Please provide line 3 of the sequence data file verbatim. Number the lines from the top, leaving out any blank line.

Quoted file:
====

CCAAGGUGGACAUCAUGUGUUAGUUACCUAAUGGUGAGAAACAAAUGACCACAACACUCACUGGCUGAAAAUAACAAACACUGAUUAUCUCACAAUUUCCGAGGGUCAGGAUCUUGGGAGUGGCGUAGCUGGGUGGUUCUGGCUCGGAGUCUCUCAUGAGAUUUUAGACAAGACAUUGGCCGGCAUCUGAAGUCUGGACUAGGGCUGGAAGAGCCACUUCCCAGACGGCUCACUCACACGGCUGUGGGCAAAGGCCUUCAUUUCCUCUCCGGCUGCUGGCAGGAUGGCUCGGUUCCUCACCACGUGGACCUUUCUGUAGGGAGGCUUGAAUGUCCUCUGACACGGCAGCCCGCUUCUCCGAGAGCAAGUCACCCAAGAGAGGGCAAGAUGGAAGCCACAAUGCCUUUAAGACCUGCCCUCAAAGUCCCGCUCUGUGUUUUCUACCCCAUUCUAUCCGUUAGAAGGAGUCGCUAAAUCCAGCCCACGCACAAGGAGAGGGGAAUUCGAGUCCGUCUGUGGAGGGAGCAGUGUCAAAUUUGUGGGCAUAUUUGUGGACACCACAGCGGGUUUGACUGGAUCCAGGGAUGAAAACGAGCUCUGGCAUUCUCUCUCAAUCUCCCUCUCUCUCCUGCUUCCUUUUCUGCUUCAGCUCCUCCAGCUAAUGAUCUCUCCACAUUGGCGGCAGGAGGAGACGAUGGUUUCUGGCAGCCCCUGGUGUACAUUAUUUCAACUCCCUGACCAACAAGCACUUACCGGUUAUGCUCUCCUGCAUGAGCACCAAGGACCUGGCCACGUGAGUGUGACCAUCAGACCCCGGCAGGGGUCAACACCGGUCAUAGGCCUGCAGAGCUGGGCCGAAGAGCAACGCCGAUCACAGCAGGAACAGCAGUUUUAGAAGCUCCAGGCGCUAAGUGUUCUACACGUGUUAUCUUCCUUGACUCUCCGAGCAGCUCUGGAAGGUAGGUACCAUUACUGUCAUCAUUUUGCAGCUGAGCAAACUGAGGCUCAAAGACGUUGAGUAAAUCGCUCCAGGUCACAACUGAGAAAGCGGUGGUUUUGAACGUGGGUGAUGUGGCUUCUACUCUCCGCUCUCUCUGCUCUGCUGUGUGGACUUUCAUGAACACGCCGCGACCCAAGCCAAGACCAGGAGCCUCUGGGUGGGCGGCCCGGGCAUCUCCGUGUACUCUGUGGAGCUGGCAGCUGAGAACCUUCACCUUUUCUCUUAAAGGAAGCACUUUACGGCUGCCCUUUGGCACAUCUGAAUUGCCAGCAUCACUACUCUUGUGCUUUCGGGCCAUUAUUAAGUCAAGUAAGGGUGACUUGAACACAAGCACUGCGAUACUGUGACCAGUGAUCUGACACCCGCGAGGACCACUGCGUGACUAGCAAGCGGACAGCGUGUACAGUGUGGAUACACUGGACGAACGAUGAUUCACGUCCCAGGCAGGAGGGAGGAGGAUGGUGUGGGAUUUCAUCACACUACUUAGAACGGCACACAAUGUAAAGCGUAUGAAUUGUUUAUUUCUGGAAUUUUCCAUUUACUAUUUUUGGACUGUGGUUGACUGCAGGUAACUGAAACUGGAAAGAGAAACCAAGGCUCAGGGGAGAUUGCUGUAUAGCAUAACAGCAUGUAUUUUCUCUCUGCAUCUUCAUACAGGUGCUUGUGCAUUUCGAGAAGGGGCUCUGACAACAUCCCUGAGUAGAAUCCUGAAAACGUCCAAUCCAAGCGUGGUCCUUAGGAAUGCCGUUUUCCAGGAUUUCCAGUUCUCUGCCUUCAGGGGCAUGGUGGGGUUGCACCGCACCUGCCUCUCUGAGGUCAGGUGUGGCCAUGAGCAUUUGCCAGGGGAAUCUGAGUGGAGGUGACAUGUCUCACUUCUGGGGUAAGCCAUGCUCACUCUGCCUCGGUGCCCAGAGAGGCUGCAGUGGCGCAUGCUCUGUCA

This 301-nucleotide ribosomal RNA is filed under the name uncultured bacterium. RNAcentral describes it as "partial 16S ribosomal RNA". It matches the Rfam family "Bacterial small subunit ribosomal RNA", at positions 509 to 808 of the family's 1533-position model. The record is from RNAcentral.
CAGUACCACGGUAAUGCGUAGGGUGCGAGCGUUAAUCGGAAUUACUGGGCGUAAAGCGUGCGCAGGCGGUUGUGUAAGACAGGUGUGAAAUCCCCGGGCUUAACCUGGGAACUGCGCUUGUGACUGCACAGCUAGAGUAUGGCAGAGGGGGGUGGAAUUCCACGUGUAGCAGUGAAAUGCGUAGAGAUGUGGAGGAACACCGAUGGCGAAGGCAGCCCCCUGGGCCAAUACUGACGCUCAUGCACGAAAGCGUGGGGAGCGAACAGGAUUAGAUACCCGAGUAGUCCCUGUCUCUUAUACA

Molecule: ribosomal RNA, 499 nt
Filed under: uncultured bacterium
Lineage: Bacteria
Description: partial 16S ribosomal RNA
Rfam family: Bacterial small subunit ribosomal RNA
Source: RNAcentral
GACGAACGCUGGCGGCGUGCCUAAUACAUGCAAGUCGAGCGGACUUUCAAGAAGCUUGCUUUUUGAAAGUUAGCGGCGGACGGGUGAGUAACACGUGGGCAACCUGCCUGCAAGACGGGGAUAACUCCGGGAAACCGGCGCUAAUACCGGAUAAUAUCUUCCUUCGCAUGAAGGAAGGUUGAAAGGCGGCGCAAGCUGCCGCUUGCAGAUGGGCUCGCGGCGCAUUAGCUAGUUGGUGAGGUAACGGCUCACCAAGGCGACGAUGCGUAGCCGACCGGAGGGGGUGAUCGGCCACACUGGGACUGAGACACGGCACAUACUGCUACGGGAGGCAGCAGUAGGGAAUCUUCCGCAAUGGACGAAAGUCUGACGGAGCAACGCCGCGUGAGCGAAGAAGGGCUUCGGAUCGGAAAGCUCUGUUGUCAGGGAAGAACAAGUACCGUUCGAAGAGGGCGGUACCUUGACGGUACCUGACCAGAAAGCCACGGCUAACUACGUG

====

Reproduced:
CAGUACCACGGUAAUGCGUAGGGUGCGAGCGUUAAUCGGAAUUACUGGGCGUAAAGCGUGCGCAGGCGGUUGUGUAAGACAGGUGUGAAAUCCCCGGGCUUAACCUGGGAACUGCGCUUGUGACUGCACAGCUAGAGUAUGGCAGAGGGGGGUGGAAUUCCACGUGUAGCAGUGAAAUGCGUAGAGAUGUGGAGGAACACCGAUGGCGAAGGCAGCCCCCUGGGCCAAUACUGACGCUCAUGCACGAAAGCGUGGGGAGCGAACAGGAUUAGAUACCCGAGUAGUCCCUGUCUCUUAUACA